It costs quite of lot of money but the money is used to conserve the gorilla families in their natural habitat. Even the inhabitants of the villages close to the park are being involved in this conservation program which, to me, seems the key to success.

We had requested a close group as my mom and her friend and my brother’s pregnant wife were with us. It turned out to be a 5-6 hour hike to find the mountain gorillas. A group of buffalo (we had to sneak past them) had scared the gorillas off. The terrain was also difficult and my mom’s friend was helped by two porters. When we finally found the mountain gorillas in the mist, it was all worth it. The kids wrestling us each other and the Silverback keeping a look over the family. Even though the hike was difficult, it was definitely one of the main parts of the visit as the terrain was beautiful. We also really got to see the real “Gorillas in the Mist”.

Having done some research prior to the trips, we were ready for anything. Lots of water are recommended and bring snacks especially those that can give you energy kicks. Prepare for rain, mud and tough terrain. I suggest wearing gloves, hut, insect repellent. At the end of the day, the hike can be very easy, but best to be prepared. If you have any doubts about the trek contact Gorilla Expeditions Limited to arrange for this unforgettable experience and at the park before you enter the forest for the trekking hire a porter for a simple fee like $ 10-$ 20 dollars, and your support to hire a porter you are promoting community based tourism hence reducing locals from spoiling the environment and killing the mountain gorillas in the forest.

SOCO International prepares to survey for oil in gorilla park

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London based oil exploration company SOCO International have released details for their exploration of Block V in the Democratic Republic of Congo (DRC). Block V takes in parts of the important Virunga National Park; home of the mountain gorillas and famous for gorilla trekking adventures, and location of Lake Edward and its hippo population. The company has released details about an aero-survey that they will be conducting in the next few months. Depending on the results of this survey more detailed investigation will take place later this year and may include compressed air seismic surveying at Lake Edward.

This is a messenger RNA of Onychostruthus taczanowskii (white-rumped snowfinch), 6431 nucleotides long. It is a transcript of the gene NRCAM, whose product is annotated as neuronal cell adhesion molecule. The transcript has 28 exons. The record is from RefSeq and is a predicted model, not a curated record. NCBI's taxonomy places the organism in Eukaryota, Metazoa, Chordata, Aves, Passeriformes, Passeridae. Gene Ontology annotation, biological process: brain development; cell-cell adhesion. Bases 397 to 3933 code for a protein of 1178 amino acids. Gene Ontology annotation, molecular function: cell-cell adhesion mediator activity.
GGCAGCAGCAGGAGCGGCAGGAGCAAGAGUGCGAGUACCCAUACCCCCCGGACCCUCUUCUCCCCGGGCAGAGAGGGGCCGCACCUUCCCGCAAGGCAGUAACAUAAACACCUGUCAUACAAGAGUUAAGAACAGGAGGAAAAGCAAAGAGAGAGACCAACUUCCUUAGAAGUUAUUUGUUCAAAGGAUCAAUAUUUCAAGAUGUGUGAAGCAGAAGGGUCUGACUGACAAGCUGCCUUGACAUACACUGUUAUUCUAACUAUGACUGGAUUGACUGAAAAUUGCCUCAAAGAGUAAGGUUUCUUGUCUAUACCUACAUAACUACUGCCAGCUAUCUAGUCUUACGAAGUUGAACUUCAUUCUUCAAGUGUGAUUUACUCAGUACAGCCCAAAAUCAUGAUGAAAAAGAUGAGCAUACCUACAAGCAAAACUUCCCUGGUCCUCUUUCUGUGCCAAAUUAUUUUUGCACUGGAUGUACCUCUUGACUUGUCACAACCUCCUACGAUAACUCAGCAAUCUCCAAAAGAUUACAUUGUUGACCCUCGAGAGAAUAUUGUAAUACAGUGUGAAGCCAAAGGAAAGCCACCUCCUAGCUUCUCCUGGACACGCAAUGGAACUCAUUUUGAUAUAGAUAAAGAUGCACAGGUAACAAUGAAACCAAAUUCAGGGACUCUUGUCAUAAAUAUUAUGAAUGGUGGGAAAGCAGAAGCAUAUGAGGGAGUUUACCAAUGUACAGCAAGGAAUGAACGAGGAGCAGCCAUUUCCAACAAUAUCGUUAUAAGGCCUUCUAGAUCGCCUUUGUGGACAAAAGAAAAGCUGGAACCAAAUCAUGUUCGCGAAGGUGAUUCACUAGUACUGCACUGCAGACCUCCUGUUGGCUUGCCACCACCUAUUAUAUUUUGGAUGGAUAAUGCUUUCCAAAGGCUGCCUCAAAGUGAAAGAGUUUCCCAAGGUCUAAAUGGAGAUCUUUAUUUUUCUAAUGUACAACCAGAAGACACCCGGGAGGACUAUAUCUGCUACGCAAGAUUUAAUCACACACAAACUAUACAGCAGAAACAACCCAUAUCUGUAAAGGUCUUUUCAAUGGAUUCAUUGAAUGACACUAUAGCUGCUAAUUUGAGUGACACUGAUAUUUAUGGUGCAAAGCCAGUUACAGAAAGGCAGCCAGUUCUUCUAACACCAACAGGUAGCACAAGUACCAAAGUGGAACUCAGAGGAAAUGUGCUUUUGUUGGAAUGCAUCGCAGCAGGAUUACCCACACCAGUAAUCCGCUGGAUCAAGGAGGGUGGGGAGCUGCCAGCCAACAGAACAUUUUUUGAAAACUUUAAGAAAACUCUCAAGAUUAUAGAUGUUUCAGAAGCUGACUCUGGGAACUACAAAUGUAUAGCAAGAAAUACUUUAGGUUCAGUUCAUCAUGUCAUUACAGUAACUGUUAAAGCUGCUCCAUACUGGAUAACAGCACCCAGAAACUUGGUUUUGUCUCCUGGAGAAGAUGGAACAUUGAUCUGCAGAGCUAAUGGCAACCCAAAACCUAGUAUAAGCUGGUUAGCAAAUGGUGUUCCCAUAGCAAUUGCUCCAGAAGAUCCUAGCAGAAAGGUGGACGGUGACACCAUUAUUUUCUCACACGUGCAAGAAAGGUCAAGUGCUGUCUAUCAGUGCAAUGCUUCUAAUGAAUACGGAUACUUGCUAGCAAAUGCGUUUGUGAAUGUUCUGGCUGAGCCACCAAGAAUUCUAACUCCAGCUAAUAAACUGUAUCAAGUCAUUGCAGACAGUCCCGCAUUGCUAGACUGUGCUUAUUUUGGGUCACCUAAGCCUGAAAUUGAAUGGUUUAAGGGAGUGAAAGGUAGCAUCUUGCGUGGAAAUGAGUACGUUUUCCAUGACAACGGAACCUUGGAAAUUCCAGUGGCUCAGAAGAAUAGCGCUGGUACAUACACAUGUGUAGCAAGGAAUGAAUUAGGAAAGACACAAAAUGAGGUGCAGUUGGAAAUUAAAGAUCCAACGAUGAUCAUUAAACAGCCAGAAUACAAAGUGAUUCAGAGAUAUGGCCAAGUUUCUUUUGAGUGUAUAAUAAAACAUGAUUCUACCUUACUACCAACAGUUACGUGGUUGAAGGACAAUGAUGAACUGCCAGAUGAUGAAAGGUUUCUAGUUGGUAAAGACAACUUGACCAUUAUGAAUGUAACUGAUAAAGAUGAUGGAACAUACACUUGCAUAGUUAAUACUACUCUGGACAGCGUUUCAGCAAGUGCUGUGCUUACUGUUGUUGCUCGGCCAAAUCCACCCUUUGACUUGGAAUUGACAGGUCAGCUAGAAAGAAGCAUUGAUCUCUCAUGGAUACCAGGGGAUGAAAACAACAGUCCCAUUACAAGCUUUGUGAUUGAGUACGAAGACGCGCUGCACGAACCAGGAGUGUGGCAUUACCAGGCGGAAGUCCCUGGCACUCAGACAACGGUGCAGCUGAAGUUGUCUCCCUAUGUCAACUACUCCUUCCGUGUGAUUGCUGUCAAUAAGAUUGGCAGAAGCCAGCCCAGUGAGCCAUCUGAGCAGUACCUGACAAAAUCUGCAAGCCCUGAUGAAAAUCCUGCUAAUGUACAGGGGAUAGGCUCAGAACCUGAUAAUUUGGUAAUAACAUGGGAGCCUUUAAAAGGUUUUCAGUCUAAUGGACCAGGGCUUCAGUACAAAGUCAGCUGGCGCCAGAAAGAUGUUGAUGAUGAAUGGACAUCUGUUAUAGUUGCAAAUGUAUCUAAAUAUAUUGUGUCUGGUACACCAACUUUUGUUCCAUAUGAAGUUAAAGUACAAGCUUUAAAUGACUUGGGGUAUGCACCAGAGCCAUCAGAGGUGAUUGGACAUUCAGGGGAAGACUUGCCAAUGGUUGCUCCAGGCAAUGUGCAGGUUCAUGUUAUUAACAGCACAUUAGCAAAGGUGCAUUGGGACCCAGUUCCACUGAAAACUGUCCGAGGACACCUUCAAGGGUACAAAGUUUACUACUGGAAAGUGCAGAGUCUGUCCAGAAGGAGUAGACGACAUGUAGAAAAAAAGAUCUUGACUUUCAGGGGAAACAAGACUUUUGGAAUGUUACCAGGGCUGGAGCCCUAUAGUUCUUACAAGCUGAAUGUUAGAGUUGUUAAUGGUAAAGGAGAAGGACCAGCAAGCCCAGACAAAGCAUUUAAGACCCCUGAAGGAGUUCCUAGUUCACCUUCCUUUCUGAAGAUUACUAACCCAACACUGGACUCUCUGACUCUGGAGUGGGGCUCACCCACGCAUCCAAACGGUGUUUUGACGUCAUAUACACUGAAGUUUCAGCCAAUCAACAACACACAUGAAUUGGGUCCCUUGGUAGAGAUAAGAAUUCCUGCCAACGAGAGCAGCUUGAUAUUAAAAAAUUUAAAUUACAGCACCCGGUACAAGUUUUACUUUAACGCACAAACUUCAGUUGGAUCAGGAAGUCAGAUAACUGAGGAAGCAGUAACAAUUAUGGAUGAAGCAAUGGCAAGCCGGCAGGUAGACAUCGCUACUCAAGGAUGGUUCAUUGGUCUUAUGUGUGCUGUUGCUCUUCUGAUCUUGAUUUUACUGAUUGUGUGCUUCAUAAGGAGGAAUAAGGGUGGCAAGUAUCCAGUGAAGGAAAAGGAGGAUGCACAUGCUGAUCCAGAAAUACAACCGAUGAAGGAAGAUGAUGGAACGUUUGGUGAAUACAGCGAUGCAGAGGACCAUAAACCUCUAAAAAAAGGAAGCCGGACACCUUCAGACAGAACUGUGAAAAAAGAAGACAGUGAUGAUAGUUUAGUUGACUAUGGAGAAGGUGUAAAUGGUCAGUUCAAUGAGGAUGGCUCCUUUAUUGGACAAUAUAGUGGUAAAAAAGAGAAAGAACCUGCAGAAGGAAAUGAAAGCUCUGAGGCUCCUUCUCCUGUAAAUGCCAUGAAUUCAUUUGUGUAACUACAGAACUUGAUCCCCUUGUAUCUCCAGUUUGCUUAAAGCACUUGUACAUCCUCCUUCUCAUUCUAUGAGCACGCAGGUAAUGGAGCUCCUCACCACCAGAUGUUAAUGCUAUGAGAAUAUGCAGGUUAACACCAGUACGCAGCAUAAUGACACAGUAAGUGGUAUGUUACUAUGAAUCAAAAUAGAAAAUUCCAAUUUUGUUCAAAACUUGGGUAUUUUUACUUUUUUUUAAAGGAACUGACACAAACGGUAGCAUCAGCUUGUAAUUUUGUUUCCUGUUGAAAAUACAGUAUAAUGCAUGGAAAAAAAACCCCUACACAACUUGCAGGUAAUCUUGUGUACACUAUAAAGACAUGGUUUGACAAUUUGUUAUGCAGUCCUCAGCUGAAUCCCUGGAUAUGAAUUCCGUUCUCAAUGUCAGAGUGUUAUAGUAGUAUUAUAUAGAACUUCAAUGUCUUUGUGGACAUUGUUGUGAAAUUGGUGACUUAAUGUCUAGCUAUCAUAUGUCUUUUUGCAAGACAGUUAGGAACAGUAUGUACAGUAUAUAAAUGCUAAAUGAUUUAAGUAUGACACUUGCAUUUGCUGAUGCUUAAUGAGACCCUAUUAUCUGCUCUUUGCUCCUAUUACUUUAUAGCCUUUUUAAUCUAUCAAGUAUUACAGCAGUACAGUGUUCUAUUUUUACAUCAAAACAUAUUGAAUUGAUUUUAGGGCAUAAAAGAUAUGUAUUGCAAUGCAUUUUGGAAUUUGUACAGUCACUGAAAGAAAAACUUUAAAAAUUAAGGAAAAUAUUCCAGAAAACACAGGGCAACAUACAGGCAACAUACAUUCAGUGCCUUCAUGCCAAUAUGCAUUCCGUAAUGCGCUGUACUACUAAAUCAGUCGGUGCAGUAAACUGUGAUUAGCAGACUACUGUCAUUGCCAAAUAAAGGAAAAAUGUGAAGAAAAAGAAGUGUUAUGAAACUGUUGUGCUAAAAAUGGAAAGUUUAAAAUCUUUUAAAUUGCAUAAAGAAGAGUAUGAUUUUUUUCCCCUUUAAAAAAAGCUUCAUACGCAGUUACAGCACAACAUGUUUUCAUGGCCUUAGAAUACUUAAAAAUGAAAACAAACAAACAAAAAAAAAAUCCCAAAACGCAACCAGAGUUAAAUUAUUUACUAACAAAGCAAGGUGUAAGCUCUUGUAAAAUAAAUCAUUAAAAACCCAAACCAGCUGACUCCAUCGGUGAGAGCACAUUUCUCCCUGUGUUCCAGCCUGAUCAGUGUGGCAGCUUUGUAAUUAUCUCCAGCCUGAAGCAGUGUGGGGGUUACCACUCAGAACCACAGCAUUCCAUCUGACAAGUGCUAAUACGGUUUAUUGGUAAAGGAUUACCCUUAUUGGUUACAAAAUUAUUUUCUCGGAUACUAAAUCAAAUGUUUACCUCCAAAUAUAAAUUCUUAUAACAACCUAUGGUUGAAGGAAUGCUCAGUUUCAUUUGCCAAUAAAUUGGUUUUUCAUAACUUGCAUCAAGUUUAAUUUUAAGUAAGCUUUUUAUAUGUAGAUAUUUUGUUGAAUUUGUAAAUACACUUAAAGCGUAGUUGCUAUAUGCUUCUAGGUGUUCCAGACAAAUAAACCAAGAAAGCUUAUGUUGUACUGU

We will not undertake any direct activity within the Park until we have the results of this aero-survey and we have consulted fully with all primary stakeholders. Our current plans have met with the approvals of all the local authorities. Compressed air seismic surveying has been chosen as a way to get detailed rock structure surveys with minimal impact on the lake environment.

SOCO International have stated that no further activities will be taken in the exploration of oil until further discussion with local stakeholders and approval given by the DRC government.  They state that they do not expect any direct exploration within the boundaries of Virunga National Park – a World Heritage Site – for at least 6 months.

Roger Cagle, Deputy Chief Executive of SOCO, commented, “Our activities within the Virunga National Park continue to be very preliminary and confined to an aerial study.  We will not undertake any direct activity within the Park until we have the results of this aero-survey and we have consulted fully with all primary stakeholders. Our current plans have met with the approvals of all the local authorities. We are very aware of the need to protect the interests of all stakeholders within the Park and are working hard to ensure that we do so.”

Exploration for oil within the Virunga National Park would be very difficult to do legally as the park is protected by both national and international treaties. The park itself is a World Heritage Site and Lake Edward is a designated RAMSAR wetland.

This protection leads some conservationists to become concerned that the wildlife park boundaries may be redrawn to allow oil drilling – both exploration and exploitation to take place. Last March 41 DRC MP’s proposed redrawing the park boundaries to allow the oil companies in.

The latest proposals by SOCO International are the first since a ban on oil exploration in Virunga was put in place last year. The ban on the ground exploration is aimed to remain in place until a full environmental impact assessment has been produced. Conservation groups are disheartened by the latest move and by SOCO International continued intention to drill in the Virunga National Park.

Global Witness advocate Colin Robertson remarked, ”SOCO’s plans are a real threat to the protection of Virunga’s wildlife and to people who depend on Lake Edward. The region is also marked by ethnic tensions and the presence of armed militia groups is still a threat to stability. These factors could be exacerbated if oil exploration is carried out without consulting local people. “

Marc Languy, WWF’s Conservation Director for Central Africa, stated “Having survived years of armed conflict, it is devastating to see an oil company jeopardize the park’s people and wildlife in its pursuit of profit. It’s not only because of the drilling and pollution that oil exploration will damage the park – the associated influx of people brings a risk of further conflict which can have a devastating impact on the lives of local communities, and on the park’s endangered species.“